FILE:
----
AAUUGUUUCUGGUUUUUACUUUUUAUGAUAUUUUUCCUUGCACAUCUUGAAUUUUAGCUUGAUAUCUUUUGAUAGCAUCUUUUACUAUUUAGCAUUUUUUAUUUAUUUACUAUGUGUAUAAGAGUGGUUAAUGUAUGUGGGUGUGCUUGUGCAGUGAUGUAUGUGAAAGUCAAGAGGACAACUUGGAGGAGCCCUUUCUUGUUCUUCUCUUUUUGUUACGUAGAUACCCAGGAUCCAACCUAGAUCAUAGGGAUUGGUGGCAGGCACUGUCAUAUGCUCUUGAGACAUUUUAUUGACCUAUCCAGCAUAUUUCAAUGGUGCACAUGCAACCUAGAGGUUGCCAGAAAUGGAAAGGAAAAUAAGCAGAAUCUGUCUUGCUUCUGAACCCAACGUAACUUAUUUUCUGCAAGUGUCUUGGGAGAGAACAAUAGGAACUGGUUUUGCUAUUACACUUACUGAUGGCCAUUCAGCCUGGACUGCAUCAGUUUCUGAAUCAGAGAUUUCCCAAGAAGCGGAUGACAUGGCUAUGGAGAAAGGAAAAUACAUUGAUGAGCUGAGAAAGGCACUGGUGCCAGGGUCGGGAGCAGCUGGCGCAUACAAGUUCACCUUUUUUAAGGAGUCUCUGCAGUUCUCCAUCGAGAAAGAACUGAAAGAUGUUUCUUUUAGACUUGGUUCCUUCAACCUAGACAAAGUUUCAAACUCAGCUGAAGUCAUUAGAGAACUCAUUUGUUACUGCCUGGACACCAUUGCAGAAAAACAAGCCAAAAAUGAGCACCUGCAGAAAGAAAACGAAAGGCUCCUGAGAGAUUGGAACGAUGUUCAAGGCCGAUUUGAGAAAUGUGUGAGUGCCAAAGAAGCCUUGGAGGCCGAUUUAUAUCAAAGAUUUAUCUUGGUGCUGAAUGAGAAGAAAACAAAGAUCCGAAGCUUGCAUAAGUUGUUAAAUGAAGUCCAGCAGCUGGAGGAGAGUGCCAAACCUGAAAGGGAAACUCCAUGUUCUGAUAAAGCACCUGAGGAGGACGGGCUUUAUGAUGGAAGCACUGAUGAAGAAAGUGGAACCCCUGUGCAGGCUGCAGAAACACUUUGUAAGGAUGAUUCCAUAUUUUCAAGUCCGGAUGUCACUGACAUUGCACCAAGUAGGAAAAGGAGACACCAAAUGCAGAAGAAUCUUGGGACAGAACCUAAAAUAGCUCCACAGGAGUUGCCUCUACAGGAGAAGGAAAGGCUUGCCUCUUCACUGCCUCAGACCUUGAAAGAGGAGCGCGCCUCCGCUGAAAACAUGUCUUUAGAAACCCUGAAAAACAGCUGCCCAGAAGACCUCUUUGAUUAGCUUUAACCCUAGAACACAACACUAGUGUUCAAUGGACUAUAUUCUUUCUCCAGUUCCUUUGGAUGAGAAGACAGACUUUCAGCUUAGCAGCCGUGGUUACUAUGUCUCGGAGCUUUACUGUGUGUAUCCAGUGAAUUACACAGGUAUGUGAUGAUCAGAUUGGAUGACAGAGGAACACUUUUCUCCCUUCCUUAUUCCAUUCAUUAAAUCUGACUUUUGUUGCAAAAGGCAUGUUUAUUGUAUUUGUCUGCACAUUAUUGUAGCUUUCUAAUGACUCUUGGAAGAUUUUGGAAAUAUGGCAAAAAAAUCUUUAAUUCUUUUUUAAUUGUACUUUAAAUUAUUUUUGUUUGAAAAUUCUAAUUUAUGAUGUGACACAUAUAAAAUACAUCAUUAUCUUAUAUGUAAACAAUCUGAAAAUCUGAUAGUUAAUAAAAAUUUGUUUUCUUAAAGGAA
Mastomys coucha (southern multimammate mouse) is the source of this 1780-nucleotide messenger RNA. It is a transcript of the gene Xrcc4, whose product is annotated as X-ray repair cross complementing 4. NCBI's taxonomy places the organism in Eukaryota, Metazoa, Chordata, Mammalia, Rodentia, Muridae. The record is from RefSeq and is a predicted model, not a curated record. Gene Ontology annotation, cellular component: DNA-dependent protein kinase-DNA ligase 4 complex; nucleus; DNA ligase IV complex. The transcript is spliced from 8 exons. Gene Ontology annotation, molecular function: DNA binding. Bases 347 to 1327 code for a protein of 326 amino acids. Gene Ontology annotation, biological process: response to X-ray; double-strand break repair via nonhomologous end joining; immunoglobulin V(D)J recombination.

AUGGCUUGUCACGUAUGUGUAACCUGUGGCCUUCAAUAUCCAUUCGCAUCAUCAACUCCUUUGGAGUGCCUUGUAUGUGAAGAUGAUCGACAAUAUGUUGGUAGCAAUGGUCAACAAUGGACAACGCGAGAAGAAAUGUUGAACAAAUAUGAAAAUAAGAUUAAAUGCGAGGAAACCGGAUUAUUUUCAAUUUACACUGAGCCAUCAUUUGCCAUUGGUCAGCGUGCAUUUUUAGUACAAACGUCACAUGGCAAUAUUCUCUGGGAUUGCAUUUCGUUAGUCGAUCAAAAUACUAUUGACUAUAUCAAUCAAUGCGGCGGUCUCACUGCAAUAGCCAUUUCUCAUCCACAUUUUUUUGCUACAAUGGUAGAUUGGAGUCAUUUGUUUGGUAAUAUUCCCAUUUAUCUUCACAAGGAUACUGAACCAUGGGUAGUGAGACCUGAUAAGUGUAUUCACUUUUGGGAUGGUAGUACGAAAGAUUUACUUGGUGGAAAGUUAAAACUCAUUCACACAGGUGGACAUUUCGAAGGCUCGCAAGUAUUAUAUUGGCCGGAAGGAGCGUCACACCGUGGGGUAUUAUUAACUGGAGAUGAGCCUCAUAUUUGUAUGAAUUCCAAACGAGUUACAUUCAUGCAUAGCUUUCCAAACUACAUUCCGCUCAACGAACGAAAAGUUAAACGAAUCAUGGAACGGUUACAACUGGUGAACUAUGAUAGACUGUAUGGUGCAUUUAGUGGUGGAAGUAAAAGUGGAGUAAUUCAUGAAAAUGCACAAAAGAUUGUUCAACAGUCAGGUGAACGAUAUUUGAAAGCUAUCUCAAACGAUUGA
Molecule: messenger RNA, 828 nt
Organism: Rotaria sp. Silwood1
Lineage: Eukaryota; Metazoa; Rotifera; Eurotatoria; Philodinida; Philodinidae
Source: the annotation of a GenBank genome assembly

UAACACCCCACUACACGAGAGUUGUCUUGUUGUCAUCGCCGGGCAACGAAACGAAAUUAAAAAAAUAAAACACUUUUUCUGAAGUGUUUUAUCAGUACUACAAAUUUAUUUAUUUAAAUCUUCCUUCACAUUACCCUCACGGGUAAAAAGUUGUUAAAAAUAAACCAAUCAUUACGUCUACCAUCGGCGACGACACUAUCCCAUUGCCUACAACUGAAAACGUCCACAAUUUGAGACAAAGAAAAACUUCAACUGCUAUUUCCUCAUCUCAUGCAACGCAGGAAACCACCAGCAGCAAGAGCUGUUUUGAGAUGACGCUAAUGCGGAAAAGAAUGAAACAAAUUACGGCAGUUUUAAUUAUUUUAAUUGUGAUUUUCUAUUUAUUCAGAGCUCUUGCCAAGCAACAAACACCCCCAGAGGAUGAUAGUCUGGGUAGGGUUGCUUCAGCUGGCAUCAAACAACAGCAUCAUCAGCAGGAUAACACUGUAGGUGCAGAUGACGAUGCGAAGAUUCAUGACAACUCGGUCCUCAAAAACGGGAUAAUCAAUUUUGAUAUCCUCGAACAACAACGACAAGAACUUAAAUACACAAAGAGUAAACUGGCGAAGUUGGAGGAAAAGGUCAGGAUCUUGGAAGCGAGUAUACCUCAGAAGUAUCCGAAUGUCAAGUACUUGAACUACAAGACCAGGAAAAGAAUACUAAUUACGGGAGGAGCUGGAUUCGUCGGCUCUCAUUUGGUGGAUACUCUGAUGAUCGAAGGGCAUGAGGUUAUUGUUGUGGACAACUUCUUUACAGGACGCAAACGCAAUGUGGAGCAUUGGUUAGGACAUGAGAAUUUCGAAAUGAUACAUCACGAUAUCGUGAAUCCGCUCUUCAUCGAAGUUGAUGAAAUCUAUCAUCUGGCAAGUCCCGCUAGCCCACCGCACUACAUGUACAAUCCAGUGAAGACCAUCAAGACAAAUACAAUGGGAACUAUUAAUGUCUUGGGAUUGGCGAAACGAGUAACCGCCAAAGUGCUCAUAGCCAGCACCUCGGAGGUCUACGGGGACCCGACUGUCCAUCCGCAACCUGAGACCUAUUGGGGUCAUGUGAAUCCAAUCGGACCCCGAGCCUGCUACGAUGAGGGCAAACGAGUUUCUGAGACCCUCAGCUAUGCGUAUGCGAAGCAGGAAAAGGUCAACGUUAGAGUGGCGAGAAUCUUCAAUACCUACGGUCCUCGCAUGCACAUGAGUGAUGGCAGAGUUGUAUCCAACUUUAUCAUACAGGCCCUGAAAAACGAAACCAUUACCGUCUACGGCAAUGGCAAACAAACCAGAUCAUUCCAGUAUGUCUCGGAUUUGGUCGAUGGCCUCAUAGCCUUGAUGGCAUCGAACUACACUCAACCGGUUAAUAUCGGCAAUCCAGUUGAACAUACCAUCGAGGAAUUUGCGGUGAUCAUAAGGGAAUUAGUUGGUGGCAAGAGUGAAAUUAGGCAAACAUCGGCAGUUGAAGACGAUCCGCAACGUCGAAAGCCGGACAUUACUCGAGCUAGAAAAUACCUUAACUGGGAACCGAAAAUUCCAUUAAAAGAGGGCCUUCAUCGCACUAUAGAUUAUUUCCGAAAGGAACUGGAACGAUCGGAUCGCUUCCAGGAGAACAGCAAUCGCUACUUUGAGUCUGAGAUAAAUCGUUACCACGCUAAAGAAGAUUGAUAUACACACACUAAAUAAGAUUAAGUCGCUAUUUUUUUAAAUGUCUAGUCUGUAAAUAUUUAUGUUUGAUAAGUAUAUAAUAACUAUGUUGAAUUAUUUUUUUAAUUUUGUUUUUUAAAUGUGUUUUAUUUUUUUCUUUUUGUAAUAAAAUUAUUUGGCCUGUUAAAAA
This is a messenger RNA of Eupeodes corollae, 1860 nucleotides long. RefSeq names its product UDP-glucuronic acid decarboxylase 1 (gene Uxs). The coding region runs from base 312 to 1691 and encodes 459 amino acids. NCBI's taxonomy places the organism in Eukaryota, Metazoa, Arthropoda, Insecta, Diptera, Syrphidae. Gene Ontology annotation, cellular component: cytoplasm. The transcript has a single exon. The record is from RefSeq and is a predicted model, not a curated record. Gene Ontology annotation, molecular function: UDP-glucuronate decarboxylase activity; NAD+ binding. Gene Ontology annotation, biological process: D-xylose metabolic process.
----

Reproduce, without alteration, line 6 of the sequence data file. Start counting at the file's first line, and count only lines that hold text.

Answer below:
Lineage: Eukaryota; Metazoa; Rotifera; Eurotatoria; Philodinida; Philodinidae